Counseling Psychology is a specialty within professional psychology which focuses on physical, emotional, and mental health issues. It addresses social, work, school, and physical health concerns that people have at different stages in their lives. It looks at how people function both personally and interpersonally, and finds that mental health is often linked to meaningful work, relationships, and overall sense of self. Counseling Psychologists will often help patients reduce feelings of distress, improve their sense of well-being, and resolve times of crisis. They provide assistance with diagnoses such as depression and anxiety. Therapy appointments vary of duration and frequency and can take the form of individual, family or group sessions.
Counseling Psychology separates itself from others schools of psychology. Practitioners focus on a person’s strengths rather than deficits and help people to utilize such strengths in their work/career and relationships. They recognize that our various identities (race/ethnicity, sexual orientation, gender, etc.) all interact. Helping a person understand their cultural make-up is a critical step on the path to mental health. And Counseling Psychologists look at people through a developmental lens. We perceive life’s issues differently depending on our age. Consequently, people cope with stress differently at various life stages. This area of psychology focuses on a person age, and understands their concerns relative to their age, abilities, and support system.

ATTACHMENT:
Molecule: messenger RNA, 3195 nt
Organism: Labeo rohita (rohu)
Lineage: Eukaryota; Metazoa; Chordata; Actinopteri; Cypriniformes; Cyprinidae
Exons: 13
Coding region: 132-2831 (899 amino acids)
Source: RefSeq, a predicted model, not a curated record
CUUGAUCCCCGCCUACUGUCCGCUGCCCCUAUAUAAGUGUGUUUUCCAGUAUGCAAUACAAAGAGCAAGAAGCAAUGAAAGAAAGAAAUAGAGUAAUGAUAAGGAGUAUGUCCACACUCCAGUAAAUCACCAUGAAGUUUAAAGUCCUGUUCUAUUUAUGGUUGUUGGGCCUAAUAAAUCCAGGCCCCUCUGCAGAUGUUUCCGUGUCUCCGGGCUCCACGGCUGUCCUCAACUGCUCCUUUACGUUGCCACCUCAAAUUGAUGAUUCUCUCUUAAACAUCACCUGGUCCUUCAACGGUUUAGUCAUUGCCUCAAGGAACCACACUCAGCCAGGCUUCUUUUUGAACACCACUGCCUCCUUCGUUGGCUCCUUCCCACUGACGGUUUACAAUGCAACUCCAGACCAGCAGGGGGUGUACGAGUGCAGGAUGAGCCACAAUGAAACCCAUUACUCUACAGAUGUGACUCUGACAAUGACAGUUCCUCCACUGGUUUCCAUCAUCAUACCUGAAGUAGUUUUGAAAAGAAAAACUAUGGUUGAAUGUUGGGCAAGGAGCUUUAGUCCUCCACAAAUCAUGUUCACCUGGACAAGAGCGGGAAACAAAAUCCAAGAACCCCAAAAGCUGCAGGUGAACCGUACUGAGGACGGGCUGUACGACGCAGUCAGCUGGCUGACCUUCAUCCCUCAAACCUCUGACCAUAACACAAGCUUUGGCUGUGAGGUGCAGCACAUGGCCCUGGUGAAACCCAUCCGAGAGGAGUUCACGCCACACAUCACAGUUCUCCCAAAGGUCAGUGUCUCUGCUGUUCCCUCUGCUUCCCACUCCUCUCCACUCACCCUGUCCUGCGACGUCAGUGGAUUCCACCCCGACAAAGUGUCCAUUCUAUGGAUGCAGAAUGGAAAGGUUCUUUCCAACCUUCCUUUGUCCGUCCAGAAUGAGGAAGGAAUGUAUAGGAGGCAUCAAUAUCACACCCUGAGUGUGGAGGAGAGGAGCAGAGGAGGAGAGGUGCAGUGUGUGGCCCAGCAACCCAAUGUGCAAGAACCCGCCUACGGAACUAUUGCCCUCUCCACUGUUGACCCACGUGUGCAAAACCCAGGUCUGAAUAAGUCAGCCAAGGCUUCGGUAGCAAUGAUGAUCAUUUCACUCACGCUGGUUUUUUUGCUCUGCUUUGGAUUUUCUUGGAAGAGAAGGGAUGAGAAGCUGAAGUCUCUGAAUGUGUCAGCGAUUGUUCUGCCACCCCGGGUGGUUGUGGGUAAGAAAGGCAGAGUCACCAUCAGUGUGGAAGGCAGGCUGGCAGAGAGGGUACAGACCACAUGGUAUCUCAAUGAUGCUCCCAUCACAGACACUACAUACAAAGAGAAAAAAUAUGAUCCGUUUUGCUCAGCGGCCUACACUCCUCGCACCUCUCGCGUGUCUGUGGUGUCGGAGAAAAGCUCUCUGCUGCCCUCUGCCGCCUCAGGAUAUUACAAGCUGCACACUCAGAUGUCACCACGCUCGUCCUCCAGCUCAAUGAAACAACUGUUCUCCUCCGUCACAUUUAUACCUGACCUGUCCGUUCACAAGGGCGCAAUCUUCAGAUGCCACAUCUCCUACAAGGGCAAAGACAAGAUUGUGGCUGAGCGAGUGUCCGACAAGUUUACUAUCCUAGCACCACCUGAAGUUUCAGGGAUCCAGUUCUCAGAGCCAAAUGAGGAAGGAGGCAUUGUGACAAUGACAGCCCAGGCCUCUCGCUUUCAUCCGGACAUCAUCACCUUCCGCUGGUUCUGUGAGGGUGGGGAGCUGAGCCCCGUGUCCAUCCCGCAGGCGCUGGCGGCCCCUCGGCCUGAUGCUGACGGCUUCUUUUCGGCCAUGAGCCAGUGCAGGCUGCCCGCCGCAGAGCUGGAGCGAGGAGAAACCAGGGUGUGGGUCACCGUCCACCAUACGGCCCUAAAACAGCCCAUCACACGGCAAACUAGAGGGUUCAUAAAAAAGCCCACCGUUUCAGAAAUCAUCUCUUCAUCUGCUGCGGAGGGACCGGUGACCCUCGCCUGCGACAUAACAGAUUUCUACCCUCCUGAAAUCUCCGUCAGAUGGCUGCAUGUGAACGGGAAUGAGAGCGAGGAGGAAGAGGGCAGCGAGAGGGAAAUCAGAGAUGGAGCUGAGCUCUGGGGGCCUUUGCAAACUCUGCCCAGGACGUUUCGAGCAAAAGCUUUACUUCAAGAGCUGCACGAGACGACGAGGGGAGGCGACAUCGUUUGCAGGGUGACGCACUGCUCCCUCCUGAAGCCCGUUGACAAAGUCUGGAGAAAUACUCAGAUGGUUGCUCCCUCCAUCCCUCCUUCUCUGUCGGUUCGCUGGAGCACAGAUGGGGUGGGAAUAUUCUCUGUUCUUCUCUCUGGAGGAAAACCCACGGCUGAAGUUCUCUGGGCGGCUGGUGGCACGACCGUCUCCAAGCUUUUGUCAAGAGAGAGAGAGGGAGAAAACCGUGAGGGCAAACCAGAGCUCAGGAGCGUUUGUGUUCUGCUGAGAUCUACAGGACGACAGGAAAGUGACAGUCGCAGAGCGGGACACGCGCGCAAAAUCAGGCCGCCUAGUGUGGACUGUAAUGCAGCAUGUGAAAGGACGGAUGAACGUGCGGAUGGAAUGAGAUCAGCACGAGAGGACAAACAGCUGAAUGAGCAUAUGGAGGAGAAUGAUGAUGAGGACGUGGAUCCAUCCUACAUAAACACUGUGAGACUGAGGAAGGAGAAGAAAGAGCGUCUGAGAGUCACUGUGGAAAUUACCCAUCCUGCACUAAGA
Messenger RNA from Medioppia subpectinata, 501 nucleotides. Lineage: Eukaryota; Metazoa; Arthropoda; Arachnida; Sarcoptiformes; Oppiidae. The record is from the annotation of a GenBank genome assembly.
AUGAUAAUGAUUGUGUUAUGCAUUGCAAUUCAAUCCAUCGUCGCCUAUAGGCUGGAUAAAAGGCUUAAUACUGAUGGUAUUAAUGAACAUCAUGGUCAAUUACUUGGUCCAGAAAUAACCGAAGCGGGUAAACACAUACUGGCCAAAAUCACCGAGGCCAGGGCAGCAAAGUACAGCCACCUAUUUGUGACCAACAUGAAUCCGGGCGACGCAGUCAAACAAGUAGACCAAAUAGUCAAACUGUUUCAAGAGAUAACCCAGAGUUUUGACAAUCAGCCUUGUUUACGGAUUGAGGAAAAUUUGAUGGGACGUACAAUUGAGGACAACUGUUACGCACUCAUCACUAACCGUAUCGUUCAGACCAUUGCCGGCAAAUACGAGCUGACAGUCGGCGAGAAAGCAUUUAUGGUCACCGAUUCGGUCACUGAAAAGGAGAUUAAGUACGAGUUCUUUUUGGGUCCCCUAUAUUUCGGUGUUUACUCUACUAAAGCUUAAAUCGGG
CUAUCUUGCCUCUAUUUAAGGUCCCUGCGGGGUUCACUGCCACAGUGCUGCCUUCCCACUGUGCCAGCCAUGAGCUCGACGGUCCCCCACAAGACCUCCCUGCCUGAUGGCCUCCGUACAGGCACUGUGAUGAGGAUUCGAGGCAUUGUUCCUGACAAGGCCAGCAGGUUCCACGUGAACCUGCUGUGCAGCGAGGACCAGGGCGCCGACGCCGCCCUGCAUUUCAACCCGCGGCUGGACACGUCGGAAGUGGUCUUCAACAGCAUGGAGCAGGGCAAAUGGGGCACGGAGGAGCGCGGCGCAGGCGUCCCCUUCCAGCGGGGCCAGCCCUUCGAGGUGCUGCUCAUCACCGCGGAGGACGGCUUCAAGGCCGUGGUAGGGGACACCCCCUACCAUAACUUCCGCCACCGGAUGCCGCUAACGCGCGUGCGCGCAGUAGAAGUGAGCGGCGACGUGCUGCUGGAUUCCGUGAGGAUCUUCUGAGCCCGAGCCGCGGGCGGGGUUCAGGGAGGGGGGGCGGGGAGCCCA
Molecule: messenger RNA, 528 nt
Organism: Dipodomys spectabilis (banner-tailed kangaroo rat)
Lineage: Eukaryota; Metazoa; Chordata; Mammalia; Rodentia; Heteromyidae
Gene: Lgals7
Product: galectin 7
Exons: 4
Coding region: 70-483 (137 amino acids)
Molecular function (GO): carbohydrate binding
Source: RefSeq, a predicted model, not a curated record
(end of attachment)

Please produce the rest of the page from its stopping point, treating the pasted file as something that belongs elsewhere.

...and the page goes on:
People who live with headache, stroke, traumatic brain injury/concussion, MS, or Parkinson’s disease often experience emotional and behavioral changes. Counseling Psychologists use various approaches (e.g. psychodynamic, humanistic, and behavioral) to help patients. Cognitive (CBT) and Dialectical Behavioral (DBT) Therapy focus on helping patients relinquish thinking patterns that have led to problematic behaviors/beliefs in favor of more productive approaches. For instance, people experiencing pain may think that they have no control over their suffering aside from medications and doctor’s visits. Counseling Psychologists would help them think about their pain differently, and might prescribe certain coping skills to help them distract themselves from the pain and avoid pain triggers.